“Campaigning works, action gets results”
by Pauline Vickers

The closing rally was kicked off by John McInally, PCS vice president and member of the Socialist Party. “Campaigning works, action gets results” said John “leaders must lead!”

His own union PCS, is free of the shackles of affiliation to New Labour and the illusion that cosying up to the political establishment will deliver a better deal. The demand at their conference was not just for a fightback against the onslaught of public sector cuts we are facing. It was also for expansion of public services as the recession tightens its grip and the pressures on those services and the workers that deliver them become greater than ever.

Andy Littlechild from the RMT tube-workers spoke about the ‘hardball’ game being played with trade unions. The employers are dragging their feet in the current dispute in the hope that the mood of the membership will ‘go off the boil’. But further action is planned in July.
Clara Osagiede, the RMT Cleaners Grade Secretary for the London Underground tells NSSN conference 2009 of the cleaners

Clara Osagiede, the RMT Cleaners Grade Secretary for the London Underground tells NSSN conference 2009 of the cleaners’ struggle for a living wage, photo Socialist Party

Conference heard from Clara Osagiede on the London Underground cleaners’ struggle to win the London Living Wage after years of exploitation on poverty wages. The RMT balloted the cleaning workers who voted unanimously for two day action and won a wage increase to £7.45/hour.

Two days later union activists were sacked and suspended by letter and a campaign of bullying of this group of workers by the immigration office began. Clara raised the demand for dignity and respect and an end to the 18th century conditions that still exist for her group of workers – no pension scheme and forced to pay to travel on the tube trains that they clean!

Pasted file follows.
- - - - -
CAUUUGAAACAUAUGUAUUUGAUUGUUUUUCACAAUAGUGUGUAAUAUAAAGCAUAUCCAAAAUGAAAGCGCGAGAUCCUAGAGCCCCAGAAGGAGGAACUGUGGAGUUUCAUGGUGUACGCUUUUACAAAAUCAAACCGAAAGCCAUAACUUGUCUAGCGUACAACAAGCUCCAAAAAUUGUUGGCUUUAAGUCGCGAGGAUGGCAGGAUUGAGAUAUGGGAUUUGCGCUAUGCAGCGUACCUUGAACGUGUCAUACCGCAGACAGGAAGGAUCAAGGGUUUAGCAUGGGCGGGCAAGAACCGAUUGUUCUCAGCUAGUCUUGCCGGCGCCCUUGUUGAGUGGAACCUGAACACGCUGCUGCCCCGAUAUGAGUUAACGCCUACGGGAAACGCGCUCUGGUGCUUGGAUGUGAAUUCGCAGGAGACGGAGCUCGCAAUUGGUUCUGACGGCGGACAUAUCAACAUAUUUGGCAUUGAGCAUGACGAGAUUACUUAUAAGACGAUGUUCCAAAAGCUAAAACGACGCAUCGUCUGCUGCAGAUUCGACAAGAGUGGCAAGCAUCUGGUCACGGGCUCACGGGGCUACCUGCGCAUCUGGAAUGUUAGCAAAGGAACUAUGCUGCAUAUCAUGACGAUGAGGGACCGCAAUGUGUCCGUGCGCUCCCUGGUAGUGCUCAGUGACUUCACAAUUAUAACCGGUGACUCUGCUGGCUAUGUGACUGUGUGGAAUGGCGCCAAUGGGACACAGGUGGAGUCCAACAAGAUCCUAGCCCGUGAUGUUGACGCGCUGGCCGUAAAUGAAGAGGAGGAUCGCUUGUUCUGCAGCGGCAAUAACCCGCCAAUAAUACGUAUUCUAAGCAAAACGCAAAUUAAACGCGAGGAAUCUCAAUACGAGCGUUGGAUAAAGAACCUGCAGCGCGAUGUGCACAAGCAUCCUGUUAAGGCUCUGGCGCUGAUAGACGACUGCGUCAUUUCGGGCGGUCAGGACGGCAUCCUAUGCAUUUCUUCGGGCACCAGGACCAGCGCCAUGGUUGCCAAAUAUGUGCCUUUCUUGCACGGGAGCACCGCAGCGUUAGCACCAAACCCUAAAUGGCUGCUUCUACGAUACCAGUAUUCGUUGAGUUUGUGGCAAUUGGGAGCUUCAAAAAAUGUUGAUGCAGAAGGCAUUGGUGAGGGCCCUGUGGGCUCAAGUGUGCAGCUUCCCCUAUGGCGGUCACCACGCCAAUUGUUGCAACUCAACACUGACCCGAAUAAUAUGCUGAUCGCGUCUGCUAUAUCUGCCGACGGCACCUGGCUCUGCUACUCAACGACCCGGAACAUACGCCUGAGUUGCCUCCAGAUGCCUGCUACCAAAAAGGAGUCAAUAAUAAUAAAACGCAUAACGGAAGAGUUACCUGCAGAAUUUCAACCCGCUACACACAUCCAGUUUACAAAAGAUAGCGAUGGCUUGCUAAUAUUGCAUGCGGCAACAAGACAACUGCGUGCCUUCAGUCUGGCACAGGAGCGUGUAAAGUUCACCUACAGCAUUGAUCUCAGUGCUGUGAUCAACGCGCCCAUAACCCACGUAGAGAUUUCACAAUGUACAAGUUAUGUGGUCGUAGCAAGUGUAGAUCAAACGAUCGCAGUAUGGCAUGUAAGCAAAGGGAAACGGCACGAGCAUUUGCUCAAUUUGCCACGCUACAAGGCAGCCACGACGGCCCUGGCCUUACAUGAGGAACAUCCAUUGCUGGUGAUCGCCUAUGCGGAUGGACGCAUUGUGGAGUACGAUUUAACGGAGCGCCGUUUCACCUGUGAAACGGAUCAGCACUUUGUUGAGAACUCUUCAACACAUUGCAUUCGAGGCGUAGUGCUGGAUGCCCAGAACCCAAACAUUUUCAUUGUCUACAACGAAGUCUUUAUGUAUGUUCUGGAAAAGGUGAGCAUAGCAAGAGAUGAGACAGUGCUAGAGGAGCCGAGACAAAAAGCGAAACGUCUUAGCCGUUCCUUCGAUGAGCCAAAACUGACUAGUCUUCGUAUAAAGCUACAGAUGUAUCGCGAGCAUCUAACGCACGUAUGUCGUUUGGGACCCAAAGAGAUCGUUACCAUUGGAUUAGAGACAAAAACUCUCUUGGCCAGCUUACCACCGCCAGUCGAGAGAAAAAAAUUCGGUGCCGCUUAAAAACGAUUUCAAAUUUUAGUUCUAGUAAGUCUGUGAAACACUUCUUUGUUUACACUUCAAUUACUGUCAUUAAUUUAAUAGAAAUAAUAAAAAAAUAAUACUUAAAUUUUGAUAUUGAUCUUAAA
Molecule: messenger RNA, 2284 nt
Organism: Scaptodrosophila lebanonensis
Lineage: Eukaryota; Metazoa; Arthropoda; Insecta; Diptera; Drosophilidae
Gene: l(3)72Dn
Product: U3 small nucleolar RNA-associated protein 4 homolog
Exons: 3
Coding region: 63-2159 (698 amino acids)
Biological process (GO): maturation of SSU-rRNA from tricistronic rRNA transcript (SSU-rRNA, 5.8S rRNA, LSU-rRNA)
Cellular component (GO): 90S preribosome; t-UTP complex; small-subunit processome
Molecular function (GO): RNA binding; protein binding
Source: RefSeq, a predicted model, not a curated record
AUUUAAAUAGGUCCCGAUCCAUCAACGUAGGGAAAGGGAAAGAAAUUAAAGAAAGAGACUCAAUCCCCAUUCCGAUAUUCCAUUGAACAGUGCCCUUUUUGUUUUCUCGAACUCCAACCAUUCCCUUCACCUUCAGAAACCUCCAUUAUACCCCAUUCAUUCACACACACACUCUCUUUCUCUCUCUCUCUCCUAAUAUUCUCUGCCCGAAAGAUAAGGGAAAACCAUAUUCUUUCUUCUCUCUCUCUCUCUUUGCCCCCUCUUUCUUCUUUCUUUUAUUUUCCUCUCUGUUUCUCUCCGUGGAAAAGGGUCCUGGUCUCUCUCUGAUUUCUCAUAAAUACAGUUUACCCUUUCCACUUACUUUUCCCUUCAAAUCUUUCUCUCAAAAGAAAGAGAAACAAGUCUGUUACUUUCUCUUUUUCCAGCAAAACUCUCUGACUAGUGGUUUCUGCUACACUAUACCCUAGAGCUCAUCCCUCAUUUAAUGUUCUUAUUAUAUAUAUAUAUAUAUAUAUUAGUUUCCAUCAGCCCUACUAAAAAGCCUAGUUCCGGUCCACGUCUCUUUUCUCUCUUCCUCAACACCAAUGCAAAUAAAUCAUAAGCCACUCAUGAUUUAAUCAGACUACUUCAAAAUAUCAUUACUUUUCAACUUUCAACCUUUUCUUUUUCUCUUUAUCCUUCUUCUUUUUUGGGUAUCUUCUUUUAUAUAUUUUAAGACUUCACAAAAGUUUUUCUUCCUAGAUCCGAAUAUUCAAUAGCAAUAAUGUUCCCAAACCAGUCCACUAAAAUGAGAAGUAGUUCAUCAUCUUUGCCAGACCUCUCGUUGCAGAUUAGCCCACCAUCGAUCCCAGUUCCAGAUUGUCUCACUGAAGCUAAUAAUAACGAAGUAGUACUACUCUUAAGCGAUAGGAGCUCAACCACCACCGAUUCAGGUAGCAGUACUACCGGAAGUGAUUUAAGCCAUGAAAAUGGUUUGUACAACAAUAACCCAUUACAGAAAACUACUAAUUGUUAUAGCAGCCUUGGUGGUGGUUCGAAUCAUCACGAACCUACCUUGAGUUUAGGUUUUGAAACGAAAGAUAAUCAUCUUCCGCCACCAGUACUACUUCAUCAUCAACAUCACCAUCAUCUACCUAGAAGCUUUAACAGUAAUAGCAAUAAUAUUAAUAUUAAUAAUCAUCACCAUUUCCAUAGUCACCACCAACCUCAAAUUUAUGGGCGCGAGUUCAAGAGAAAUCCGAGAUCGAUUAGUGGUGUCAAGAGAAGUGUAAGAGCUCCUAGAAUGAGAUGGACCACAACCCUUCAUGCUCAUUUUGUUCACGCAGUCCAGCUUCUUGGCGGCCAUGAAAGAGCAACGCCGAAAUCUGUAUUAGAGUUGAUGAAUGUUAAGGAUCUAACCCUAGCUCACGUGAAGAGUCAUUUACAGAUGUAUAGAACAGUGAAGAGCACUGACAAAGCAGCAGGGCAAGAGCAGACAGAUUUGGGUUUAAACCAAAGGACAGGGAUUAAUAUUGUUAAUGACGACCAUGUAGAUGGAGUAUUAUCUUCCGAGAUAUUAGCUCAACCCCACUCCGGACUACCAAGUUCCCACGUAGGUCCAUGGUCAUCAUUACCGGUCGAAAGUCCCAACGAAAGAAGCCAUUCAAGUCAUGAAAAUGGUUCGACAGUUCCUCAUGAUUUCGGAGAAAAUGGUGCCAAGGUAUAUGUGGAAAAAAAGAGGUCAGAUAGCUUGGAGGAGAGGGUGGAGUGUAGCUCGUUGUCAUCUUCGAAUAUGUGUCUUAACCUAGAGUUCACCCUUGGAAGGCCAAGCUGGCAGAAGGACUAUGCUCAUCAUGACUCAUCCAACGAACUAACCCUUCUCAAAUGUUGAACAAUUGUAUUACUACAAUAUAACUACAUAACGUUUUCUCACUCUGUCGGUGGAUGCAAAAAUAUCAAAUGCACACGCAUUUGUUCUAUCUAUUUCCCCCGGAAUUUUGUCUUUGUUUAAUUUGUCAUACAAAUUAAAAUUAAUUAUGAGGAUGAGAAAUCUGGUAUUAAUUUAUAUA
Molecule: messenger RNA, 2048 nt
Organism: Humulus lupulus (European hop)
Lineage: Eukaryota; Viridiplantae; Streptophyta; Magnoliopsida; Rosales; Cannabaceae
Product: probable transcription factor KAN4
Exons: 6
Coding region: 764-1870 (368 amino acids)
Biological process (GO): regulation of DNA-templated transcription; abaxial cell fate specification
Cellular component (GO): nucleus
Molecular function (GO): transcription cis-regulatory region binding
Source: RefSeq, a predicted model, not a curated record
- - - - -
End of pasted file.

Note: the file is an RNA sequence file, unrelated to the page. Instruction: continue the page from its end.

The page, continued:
Dave Chappell, chairing the rally, condemned Unison’s witch-hunt of key Socialist Party and other left activists and its attempt to impose an ‘official ban’ on involvement with NSSN in the North East region.

Antonia Bright reported from the campaign at the School Of African and Oriental Studies in London on another group of cleaning workers. They have organised in Unison to win union recognition and raised their pay to the London Living Wage. They now face brutal criminalisation by their private employer ISS.

Two weeks ago this group of Latin American workers was locked into a room, denied representation and interrogated. Workers were immediately deported following the raid and two remain in detention with a lobby of the Home Office planned to demand that they be granted leave to remain.

Linda Taaffe, national secretary of NSSN, looked back over the events and struggles of the past year of economic turmoil and the key role that the NSSN has played, raising its banner at the centre of each of the struggles.

John Maguire, Unite convenor at Visteon Belfast where car workers occupied the factory when the plant went into administration, called for the books to be opened on union general secretaries’ expenses and for the election of full time union officials. This got a great reception. He warned that ‘Visteon part 2′ was coming soon in the fight to defend workers’ pensions.

The final speaker of the day was Rob Williams, Unite convenor at the Linamar car components factory in Swansea, Socialist Party member and vice-chair of NSSN. Rob won an inspiring victory against his unjustifiable sacking by a management who mistakenly thought they could get the militant union fighter out of their plant in order to lower terms and conditions. They hadn’t bargained for the shopfloor walkout and an 88% vote for all-out strike action.

Rob was given a standing ovation at the end of a victory speech. It boosted the confidence of any trade union activist or member with their backs against the wall and the stark choice to either give in or stand and fight.

“There have been too many hard luck stories in the car industry,” said Rob, “employers using the recession to try to smash our terms and conditions and plunder our pensions. There is no mystery to the magnificent victories won at Linamar, Visteon and Lindsey over the recent few months,” explained Rob, “they have been won through leadership, strategy and grass roots organisation- the weapons at our disposal!”

And so the 400 delegates and visitors left the conference to go into the battles looming or already being fought in their workplaces. They are not prepared to be yet another hard luck story.